Fake drugs made in China but stamped 'made in India' hit third world countries.
Actually fake pharmaceuticals produced in China, a SFDA spokesperson has said.
The matter came to light after The Times of India reported that Nigeria’s Drug Regulatory Authority has seized a large consignment of fake anti-malaria drugs that were made in China but stamped ‘Made in India’ to escape blame. The TOI report resulted in the Indian government lodging a protest with China.
"We are highly concerned about the case and are sending investigating officials to the Chinese provinces involved, including Guangdong,"
SFDA spokesperson Yan Jiangying told a press conference.
The statement shows that SFDA headquarters is Beijing does not fully trust its provincial units to carry out monitoring and investigation into the concerned company. It came soon after the SFDA hit out against a report in a British daily saying that fake Chinese drugs are flooding the United Kingdom.
The fake drug business, which claimed two more lives in Xinjiang province late last month, is a massive and well-connected industry in China. But the SFDA was fuming in May end when a British daily said China is flooding the United Kingdom with fake drugs.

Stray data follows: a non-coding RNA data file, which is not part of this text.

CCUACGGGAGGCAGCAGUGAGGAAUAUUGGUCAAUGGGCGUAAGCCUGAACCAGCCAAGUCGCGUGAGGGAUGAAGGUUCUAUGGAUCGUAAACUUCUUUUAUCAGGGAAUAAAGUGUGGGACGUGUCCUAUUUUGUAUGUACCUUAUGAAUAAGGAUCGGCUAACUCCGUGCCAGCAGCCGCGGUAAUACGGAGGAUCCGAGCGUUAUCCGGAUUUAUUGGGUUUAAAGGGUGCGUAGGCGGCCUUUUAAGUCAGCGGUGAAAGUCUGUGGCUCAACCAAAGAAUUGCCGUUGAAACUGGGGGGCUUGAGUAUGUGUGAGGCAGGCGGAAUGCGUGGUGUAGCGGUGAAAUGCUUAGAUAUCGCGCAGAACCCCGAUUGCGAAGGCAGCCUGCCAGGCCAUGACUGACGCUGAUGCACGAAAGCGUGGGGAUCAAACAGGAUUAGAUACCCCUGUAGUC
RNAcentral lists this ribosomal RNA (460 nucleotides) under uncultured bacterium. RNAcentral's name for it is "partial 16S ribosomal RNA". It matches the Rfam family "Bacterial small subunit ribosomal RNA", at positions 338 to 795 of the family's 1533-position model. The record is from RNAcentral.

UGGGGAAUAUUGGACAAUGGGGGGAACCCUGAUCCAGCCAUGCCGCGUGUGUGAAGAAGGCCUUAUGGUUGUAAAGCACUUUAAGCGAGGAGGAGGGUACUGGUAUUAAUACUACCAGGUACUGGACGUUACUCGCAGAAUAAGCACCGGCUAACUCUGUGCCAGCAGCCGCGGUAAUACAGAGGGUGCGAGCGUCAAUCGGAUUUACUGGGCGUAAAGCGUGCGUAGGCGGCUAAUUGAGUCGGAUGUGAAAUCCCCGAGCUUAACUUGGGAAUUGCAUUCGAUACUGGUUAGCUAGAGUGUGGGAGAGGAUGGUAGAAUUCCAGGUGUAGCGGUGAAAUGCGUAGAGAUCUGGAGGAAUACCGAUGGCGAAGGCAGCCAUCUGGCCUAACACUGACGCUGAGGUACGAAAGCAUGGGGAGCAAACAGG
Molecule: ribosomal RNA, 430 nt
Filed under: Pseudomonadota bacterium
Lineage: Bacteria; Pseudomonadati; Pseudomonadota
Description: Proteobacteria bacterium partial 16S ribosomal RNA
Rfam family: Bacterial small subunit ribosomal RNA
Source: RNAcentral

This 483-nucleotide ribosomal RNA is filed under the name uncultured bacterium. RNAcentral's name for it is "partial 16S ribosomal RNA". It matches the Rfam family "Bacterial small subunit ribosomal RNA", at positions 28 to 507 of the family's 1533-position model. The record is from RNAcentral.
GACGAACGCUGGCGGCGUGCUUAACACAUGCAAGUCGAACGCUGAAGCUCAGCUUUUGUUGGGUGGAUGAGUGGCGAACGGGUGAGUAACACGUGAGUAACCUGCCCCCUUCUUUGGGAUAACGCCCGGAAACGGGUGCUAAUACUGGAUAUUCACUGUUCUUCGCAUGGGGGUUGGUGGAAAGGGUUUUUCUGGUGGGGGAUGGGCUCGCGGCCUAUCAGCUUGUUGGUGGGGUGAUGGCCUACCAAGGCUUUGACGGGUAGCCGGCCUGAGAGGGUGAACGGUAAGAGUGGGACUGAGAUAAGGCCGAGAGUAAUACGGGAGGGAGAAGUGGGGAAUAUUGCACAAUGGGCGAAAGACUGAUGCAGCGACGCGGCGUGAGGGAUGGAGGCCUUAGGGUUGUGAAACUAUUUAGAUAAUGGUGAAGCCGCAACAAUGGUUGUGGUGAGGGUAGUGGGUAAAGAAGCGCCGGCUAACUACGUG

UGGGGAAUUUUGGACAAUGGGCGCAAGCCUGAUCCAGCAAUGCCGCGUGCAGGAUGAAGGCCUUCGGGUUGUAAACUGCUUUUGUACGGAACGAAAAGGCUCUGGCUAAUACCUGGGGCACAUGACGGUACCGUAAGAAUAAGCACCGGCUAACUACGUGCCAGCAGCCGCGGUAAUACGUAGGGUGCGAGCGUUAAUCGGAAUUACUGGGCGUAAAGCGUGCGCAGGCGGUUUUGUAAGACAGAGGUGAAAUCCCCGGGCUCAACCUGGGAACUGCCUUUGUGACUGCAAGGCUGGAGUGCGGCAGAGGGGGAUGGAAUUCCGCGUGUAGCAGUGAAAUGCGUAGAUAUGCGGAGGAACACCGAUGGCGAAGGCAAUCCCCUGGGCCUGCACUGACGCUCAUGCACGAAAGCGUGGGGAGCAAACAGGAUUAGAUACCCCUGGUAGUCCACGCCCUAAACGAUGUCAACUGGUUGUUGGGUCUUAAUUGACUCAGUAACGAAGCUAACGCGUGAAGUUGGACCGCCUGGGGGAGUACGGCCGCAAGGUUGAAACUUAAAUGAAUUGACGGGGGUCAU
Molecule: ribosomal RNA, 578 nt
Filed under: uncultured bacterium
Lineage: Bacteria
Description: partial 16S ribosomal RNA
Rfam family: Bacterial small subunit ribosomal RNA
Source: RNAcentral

The government has indirectly admitted that the enough is not being done to check production of fake drugs. Two weeks back, China’s Supreme People's Court recently reinterpreted aspects of the criminal law concerning counterfeit and inferior drug production and sales in order to make them more effective.
Cui Enxue, director of the SFDA's drug safety inspection bureau, has now promised through investigation whenever foreign buyers come up with complaints on fake drugs. The defaulting companies will be punished severely, he said.
Cui advised overseas buyers to deal only with Chinese drug producers and traders that are recognized by SFDA. But he did not explain if the company involved in the Nigerian sales was a registered one.
Another SFDA official had blamed foreign buyers for distribution of fake drugs in May after The Observer daily reported about Chinese fake drugs flooding the British market.
"The problems lie in the fact that some overseas companies have deals with illegal producers in China so the products involved have problems," SDFA deputy commissioner Bian Zhenjia said in May end. "I don't agree with what the foreign media has been saying. The Chinese government has always paid great attention to cracking down on fake drugs".
13 Jun 2009, 1959 hrs IST, Saibal Dasgupta, TNN
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